As part of her bridge-burning book tour, ex-reality star and White House official Omarosa claimed that she’s been interviewed by Mueller’s team. Citing no evidence, she alleged that Trump “absolutely” knew about the Clinton campaign’s stolen emails before WikiLeaks began publishing them in the summer of 2016. Omarosa said she also handed over to Mueller some of the secretly recorded conversations she’s been eagerly sharing with the media.

Trump attorney Rudy Giuliani said that the President won’t agree to an interview with Mueller after Sept. 1 out of concerns that he’d be interfering with the midterms. Giuliani said they’re also willing to go to the Supreme Court to fight any subpoena requiring Trump to testify.

Former FBI official Peter Strzok was officially fired, months after anti-Trump texts were found on his cell phone. Trump said that the Hillary Clinton email probe, which Strzok helped carry out, should be “redone” now that he was gone.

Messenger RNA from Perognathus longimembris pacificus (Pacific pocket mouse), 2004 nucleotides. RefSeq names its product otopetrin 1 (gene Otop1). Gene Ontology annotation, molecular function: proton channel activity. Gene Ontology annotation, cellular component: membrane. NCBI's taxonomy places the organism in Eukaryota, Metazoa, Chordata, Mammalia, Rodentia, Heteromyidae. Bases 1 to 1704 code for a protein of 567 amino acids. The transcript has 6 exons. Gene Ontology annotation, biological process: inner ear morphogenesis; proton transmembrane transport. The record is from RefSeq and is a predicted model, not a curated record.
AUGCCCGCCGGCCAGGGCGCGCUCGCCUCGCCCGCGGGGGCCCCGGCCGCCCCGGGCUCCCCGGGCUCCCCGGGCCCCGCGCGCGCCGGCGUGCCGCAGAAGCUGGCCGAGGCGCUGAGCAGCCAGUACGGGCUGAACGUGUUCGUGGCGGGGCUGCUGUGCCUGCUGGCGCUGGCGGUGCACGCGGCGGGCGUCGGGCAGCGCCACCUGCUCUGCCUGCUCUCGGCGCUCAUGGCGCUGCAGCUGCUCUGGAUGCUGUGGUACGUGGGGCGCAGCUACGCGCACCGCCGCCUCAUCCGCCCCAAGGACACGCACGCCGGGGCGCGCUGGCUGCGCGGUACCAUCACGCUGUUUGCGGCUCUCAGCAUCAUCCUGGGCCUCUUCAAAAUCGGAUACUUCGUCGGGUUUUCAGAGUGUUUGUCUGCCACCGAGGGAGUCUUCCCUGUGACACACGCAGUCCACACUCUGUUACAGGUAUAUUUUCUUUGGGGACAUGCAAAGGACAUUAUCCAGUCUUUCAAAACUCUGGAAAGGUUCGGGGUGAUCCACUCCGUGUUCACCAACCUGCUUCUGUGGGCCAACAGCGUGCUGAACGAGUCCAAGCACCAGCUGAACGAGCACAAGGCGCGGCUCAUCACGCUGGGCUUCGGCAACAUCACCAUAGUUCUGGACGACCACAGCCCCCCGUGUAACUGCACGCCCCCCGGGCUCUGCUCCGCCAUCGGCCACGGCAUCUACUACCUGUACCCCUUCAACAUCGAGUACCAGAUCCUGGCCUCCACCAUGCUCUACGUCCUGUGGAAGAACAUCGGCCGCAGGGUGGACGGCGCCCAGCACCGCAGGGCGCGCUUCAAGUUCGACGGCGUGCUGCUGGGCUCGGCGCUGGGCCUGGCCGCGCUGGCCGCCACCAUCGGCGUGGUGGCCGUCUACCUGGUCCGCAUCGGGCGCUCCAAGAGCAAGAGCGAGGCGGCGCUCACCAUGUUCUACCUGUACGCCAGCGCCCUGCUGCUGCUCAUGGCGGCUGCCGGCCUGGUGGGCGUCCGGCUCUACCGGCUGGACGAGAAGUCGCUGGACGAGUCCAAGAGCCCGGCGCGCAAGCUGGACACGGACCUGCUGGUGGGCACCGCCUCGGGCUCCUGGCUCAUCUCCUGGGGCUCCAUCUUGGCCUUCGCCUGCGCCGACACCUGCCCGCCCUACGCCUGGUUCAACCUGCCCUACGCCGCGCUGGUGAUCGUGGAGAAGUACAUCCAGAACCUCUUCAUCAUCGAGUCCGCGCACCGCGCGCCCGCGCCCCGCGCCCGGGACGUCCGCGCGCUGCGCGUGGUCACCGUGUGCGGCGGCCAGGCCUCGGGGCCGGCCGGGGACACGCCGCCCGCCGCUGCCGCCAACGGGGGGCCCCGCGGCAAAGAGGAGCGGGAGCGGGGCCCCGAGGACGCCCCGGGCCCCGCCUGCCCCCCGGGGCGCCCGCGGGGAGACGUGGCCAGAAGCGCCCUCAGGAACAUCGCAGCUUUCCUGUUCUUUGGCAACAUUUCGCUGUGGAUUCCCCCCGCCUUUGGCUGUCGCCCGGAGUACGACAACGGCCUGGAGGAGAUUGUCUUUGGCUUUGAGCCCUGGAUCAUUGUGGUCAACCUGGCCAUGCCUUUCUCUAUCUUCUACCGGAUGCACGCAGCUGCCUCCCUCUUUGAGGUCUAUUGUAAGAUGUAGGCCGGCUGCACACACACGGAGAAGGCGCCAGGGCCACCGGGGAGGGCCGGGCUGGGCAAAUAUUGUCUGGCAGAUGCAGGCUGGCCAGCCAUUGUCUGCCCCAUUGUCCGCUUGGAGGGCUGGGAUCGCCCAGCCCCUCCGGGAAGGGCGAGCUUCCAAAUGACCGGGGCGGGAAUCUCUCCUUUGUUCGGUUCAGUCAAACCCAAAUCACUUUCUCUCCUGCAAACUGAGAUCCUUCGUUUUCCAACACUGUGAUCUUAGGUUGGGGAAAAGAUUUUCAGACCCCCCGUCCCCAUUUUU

Trump also stripped another critic, former CIA director John Brennan, of his security clearance. The White House initially citied national security concerns prompted by Brennan’s “erratic” behavior. Trump then told the Wall Street Journal he did so because of Brennan’s involvement in the Russia “witch hunt.”

George Papadopolous, whose drunken rants are widely credited for the launch of the Russia probe, was thrust back into the spotlight Thursday, when his wife Simona Mangiante said she wants Papadopolous to scrap his deal with Mueller.

On Capitol Hill, Senate Intelligence Committee efforts to investigate financial matters related to the Russia probe have been stymied by the Treasury Department, which has ignored and refused records requests.

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President Donald Trump on Friday expressed sympathy for his former campaign chairman Paul Manafort while a jury at a federal court in Virginia deliberates the case.

“I don’t talk about that now,” Trump said from the South Lawn when asked an inaudible question about Manafort. “I think the whole Manafort trial is very sad. When you look at what’s going on there, I think it’s a very sad day for our country. He worked for me for a very short period of time. And you know what? He happens to be a very good person. I think it’s very sad what they’ve done to Paul Manafort.”

The jury is currently deliberating whether Manafort is guilty of financial fraud crimes related to his use of foreign bank accounts.